While they pour record amounts of money into chip companies, VCs can’t expect a quick exit from those deals in the public markets. SMIC (NYSE:SMI), which boasts the year’s largest venture-backed IPO, is trading at 30% below its offering price. Meanwhile, Atheros (Nasdaq: ATHR) is trading slightly below its initial price after a strong start and UltraClean (Nasdaq UCTT) and SiRF Technology (Nasdaq: SiRF) are both flat.
To make matters worse, the public market turned sour on chip stocks in July. Merrill Lynch issued a bearish report on the semiconductor industry on July 12 that prompted Wall Street to sell off shares in chip companies and other technology companies. NetLogic Microsystems (Nasdaq: NETL), was able to price at $12 a share on July 8, but the following day of trading it slipped to $10 per share. The network processor maker is backed by the likes of Sevin Rosen Funds, which holds a 10% stake in the company.
The bearishness raises questions about whether other chip startups in the IPO queue will be able to go public. Chip companies on deck include the following:
* Nextest Systems (proposed Nasdaq ticker :NEXT), a test equipment maker. Needham Capital Partners holds a 9.4% stake in the company and J&W Seligman holds a 7.83% stake.
* Memec (proposed NYSE ticker:MEC), a distribution services company. Permira Funds, a Schroder-related investor, owns 69% of the startup and Schroder Venture Funds U.S. owns 7 percent.
* Volterra Semiconductor (proposed Nasdaq ticker:VLTR), a maker of power management semiconductors. Kleiner Perkins is the largest venture investor in the company, with a 21% stake, followed by Invesco (10%), Morgenthaler (8%) and Integral Capital (6%).
* DisplayTech (proposed Nasdaq ticker: LCOS), a maker of micro-displays for cameras and camcorders. Its largest venture backer is Fleming U.S. Discovery Partners, which owns about 45% of the company. Fleming’s sole limited partner is JPMP Capital Partners.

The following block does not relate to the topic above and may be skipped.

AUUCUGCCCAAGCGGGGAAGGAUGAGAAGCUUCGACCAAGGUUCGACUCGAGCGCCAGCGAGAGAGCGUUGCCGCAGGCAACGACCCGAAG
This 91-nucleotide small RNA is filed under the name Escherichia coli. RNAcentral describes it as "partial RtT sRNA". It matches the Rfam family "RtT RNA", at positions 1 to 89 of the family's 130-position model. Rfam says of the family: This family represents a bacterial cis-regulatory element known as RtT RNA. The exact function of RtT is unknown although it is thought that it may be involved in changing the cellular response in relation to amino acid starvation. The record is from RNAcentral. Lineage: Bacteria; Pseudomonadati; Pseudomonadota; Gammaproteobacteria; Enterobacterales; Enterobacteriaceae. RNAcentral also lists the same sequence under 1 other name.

* Ikanos (proposed Nasdaq ticker: IKAN), a maker of programmable semiconductor devices that deliver ultra-wide bandwidth data over copper. Sequoia is its biggest venture backer, with a 15% stake, followed by Greylock (11%), Walden (13%) and, Telesoft (10%).
M&A Yard Sale?
VCs appear to be faring better with mergers and acquisitions than IPOs for their chip portfolio companies. But, again, the results are mixed. Ten of the 18 M&A semiconductor transactions in the second quarter were for venture-backed companies. Of those 10 deals, only two were clear wins for VC backers, while many were clearly money-losing investments for venture investors and still other deals were quietly swept away from public scrutiny.
It was another banner quarter for new funds flowing to semiconductor startups. But as we begin another quarter it is looking ever more doubtful that semiconductor investments from the 1998 to 2001 vintage funds will be repaid. The bulk of exits from those vintages, the majority of which are coming from M&A exits, are not repaying invested capital, and the IPO channel is filling with deals whose long-term viability may be questioned. One has to wonder if and when VCs and their LPs are going to tighten the purse strings on this sector or whether it will continue to absorb ever-increasing amounts of money.